Los Angeles' population (1,496,792 by the 1940 census) is still increasing rapidly. The normal influx has been accelerated in recent years by droughts and dust storms, mortgage foreclosures, and factory shut-downs in central, southern, and eastern states. In addition there is a large transient population of tourists, job-hunters, climate-seekers, elderly retired persons, and Hollywood hopefuls. It has been estimated by the All-Year Club of Southern California that winter visitors increase the population by about one-half between November I and April 30.
People who have lived here a dozen years are likely to regard themselves as old-timers; and in a way they are justified, for even in that relatively brief time they have witnessed one of the city's most spectacular eras of expansion. Length of residence in Los Angeles often replaces the weather as a conversation-starter. When strangers meet, one of them is likely to remark: "I came out in '26. How long have you been here?"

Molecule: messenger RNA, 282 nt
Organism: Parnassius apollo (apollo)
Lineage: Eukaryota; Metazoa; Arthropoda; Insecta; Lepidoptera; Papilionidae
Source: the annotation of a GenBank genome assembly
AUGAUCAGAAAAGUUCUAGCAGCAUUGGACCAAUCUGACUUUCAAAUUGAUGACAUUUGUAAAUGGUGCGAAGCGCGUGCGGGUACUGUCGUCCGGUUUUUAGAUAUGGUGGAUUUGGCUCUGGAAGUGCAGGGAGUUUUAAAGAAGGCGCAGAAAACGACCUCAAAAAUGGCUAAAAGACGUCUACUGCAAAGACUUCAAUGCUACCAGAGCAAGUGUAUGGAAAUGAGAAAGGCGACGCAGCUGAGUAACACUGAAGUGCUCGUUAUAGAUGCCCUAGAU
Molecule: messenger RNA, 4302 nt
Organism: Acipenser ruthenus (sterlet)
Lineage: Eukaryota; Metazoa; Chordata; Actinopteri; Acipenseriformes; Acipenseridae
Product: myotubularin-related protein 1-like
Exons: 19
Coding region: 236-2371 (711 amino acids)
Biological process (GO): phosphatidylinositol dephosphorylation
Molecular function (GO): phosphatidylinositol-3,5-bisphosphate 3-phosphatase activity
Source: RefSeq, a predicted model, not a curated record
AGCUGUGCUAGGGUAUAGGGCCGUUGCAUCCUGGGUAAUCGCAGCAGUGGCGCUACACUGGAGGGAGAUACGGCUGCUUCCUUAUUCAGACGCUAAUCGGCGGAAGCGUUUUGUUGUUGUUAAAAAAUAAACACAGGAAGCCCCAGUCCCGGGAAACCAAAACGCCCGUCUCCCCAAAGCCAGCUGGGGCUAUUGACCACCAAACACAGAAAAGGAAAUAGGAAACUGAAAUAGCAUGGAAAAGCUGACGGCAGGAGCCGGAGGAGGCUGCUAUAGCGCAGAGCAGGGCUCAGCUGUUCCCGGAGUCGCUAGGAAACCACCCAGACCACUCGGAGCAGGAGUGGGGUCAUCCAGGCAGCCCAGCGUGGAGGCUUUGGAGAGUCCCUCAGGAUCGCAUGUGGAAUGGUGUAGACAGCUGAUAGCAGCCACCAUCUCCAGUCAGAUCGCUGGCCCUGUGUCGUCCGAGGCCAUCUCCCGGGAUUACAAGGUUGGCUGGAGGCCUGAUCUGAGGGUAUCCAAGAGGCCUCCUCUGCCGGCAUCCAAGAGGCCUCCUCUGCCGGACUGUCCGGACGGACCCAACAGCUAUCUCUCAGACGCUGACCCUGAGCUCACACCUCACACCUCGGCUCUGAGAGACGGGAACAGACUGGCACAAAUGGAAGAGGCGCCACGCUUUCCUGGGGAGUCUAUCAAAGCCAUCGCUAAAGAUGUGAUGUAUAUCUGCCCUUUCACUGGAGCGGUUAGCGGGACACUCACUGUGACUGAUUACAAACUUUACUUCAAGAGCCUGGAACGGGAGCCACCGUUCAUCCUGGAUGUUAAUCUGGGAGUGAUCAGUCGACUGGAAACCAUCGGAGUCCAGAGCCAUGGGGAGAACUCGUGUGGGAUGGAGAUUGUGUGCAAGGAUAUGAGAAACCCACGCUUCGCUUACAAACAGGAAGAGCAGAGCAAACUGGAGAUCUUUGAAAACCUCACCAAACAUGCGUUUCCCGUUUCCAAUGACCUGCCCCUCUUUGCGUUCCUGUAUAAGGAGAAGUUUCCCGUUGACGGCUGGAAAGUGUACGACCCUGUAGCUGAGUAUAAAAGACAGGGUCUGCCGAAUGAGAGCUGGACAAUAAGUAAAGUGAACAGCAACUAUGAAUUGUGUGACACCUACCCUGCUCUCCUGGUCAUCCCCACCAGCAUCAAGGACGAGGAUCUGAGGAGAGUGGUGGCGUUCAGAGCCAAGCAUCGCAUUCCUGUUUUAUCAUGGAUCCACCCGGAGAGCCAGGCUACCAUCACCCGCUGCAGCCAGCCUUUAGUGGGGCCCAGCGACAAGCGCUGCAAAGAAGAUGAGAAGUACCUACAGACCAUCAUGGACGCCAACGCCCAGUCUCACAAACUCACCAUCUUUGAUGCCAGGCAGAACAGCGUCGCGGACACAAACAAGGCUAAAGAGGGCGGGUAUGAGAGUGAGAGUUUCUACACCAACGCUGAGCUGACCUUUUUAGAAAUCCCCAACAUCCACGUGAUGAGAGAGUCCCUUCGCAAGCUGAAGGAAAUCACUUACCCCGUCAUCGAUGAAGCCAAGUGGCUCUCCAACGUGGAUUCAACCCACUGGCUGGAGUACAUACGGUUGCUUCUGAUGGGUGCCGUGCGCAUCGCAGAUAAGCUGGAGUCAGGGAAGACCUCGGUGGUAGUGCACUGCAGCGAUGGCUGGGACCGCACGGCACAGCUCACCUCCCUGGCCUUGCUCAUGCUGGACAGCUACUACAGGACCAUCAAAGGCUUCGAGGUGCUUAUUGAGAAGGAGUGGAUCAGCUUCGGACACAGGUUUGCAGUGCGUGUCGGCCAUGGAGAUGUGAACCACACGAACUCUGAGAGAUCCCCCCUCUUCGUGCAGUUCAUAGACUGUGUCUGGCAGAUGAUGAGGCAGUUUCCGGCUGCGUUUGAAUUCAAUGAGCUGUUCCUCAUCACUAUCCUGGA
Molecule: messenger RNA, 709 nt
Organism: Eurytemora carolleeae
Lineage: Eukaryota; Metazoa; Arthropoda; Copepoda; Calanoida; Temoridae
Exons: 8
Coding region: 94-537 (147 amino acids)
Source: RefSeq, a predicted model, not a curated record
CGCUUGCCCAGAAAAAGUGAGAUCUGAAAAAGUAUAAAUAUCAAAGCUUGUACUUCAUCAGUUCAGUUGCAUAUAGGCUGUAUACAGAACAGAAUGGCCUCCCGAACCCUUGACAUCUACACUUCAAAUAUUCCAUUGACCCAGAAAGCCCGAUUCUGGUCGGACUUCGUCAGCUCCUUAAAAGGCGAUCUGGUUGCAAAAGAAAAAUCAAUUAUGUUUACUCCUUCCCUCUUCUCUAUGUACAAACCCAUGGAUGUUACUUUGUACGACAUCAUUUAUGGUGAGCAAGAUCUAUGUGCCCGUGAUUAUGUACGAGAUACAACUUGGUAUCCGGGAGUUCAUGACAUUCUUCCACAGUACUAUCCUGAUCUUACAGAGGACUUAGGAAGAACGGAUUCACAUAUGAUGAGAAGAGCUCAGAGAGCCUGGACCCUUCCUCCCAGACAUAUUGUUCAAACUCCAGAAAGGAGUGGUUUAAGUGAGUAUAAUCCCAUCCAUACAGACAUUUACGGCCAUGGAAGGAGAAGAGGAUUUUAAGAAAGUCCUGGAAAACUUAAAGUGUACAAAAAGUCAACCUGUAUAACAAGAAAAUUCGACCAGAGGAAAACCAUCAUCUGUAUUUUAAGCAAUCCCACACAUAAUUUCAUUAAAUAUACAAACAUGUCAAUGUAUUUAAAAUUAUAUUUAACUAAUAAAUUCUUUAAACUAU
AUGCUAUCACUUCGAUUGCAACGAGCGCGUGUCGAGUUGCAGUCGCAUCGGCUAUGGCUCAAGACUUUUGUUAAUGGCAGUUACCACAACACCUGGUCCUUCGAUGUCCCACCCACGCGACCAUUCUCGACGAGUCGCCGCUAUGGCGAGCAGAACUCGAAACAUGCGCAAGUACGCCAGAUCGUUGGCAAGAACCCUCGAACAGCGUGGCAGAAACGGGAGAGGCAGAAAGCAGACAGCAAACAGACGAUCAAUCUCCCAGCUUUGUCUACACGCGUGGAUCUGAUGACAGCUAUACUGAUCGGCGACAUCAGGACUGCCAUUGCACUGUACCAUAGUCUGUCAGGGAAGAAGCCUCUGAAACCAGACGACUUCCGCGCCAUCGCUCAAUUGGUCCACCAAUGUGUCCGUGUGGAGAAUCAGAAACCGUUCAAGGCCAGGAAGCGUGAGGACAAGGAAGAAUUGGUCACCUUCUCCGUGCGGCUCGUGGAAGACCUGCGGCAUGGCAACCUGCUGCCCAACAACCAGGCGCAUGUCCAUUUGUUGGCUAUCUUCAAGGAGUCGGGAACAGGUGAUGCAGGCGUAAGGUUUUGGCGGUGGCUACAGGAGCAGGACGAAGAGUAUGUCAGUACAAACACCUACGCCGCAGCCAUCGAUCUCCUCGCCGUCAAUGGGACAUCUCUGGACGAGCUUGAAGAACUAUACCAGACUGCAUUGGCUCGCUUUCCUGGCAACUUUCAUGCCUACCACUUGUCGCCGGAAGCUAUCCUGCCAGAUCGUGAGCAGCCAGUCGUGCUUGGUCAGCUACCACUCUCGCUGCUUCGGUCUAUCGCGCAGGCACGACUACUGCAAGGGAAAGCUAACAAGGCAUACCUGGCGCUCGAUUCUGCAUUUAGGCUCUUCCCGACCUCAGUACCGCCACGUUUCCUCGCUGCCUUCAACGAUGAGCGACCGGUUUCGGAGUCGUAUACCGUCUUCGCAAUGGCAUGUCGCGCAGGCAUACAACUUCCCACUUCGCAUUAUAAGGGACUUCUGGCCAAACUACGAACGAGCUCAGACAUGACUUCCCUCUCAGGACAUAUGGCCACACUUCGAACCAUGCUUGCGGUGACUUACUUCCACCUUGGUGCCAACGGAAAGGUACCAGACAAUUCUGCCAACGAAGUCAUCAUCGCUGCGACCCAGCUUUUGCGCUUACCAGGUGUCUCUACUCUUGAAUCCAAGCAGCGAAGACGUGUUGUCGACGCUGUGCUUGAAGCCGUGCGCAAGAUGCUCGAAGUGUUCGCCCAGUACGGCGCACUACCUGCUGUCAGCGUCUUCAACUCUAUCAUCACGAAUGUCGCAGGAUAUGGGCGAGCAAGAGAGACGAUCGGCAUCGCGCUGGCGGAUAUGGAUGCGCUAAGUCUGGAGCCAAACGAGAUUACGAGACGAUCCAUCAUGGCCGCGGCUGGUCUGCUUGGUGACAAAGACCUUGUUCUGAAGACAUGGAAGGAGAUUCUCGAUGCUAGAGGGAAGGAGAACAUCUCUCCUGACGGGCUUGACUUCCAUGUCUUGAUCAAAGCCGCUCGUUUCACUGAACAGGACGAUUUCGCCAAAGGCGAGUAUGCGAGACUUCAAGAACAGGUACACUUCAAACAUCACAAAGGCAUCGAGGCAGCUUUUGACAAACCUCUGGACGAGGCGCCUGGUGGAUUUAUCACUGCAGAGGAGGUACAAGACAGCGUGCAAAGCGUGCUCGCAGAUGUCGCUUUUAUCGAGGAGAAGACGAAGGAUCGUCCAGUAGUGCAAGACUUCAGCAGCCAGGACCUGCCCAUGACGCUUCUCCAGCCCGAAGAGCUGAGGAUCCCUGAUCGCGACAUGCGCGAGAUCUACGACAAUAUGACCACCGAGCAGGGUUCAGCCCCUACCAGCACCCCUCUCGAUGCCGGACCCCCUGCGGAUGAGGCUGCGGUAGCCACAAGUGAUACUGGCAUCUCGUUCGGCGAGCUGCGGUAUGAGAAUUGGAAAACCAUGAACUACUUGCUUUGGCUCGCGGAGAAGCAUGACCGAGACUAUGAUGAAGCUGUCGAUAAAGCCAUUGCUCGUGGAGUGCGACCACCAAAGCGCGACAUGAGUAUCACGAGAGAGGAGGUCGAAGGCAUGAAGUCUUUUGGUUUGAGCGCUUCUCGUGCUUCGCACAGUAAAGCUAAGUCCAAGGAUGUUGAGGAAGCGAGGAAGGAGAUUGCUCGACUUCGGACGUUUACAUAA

With these comparative newcomers, who form the majority of the population, ties with the home state remain strong. Angelenos dearly love to reminisce about "back East"—and "back East" may be anywhere east of the Rocky Mountains. Former residents of other states gather periodically at huge picnics, usually held in the public parks.